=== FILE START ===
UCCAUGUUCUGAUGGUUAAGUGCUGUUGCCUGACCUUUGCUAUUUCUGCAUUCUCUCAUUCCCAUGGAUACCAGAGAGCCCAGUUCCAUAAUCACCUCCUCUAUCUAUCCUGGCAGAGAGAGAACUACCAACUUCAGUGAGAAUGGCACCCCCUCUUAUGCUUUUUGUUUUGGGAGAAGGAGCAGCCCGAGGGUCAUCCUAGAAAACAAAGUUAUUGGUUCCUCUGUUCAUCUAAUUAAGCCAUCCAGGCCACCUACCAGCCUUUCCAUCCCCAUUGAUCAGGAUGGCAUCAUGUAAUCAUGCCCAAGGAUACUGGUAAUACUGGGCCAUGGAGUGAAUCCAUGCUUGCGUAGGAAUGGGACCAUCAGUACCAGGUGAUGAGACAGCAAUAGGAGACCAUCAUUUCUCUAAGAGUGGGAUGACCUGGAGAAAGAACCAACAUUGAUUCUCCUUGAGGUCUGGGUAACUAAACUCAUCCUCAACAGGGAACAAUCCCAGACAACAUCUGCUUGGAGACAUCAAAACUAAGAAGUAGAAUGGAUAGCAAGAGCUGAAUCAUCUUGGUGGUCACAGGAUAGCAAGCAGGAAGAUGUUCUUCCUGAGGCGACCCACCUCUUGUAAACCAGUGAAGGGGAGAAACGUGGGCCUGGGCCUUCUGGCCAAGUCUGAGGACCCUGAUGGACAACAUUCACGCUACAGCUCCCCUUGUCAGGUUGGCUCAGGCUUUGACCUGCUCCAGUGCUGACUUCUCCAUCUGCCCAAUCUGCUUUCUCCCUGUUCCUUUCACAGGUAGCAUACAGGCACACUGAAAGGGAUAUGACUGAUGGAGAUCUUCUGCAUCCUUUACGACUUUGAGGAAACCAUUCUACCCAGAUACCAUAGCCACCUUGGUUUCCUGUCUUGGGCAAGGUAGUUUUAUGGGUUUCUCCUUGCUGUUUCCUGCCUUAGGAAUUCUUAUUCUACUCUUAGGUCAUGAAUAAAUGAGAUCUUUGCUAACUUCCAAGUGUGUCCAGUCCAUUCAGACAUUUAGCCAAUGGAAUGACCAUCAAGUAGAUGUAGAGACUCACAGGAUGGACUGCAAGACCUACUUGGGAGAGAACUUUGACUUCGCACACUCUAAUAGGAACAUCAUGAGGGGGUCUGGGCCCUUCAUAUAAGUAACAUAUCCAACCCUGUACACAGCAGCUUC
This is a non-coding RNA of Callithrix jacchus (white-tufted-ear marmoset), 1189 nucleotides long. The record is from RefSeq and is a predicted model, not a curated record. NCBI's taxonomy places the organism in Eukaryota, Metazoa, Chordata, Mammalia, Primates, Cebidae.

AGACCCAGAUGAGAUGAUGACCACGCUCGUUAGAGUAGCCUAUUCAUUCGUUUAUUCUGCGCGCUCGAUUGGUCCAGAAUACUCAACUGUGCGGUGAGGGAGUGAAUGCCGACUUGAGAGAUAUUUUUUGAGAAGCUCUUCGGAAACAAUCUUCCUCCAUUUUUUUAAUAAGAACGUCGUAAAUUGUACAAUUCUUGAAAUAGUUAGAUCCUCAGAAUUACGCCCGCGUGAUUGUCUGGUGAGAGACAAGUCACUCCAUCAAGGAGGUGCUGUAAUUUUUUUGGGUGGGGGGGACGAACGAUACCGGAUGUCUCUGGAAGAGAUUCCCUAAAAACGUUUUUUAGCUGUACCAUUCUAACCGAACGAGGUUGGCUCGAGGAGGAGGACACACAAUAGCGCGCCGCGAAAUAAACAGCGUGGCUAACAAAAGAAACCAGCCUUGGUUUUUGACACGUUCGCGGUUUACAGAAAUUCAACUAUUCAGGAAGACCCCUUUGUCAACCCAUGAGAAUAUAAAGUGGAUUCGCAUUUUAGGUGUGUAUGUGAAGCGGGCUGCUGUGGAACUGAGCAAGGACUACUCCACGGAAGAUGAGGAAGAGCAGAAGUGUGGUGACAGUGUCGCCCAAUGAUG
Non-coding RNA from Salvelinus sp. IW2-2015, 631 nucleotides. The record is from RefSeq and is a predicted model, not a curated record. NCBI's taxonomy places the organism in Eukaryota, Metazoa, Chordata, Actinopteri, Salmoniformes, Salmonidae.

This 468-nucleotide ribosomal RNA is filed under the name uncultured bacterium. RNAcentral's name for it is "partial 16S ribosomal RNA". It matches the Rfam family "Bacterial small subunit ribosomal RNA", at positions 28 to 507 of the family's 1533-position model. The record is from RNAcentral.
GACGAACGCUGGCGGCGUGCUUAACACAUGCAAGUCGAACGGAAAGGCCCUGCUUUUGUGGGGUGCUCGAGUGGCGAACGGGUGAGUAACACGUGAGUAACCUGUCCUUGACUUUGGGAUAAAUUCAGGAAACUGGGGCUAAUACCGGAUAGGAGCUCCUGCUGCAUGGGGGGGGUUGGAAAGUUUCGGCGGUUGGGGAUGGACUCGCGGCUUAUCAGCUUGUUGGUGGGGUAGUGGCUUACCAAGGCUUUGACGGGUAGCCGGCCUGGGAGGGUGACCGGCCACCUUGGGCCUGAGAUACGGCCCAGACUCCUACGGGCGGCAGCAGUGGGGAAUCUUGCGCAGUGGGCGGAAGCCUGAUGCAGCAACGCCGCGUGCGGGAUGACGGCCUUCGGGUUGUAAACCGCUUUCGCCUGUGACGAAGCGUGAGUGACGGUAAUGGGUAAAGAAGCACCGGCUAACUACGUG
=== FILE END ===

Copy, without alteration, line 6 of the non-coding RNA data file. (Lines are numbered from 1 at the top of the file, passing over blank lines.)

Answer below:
GACGAACGCUGGCGGCGUGCUUAACACAUGCAAGUCGAACGGAAAGGCCCUGCUUUUGUGGGGUGCUCGAGUGGCGAACGGGUGAGUAACACGUGAGUAACCUGUCCUUGACUUUGGGAUAAAUUCAGGAAACUGGGGCUAAUACCGGAUAGGAGCUCCUGCUGCAUGGGGGGGGUUGGAAAGUUUCGGCGGUUGGGGAUGGACUCGCGGCUUAUCAGCUUGUUGGUGGGGUAGUGGCUUACCAAGGCUUUGACGGGUAGCCGGCCUGGGAGGGUGACCGGCCACCUUGGGCCUGAGAUACGGCCCAGACUCCUACGGGCGGCAGCAGUGGGGAAUCUUGCGCAGUGGGCGGAAGCCUGAUGCAGCAACGCCGCGUGCGGGAUGACGGCCUUCGGGUUGUAAACCGCUUUCGCCUGUGACGAAGCGUGAGUGACGGUAAUGGGUAAAGAAGCACCGGCUAACUACGUG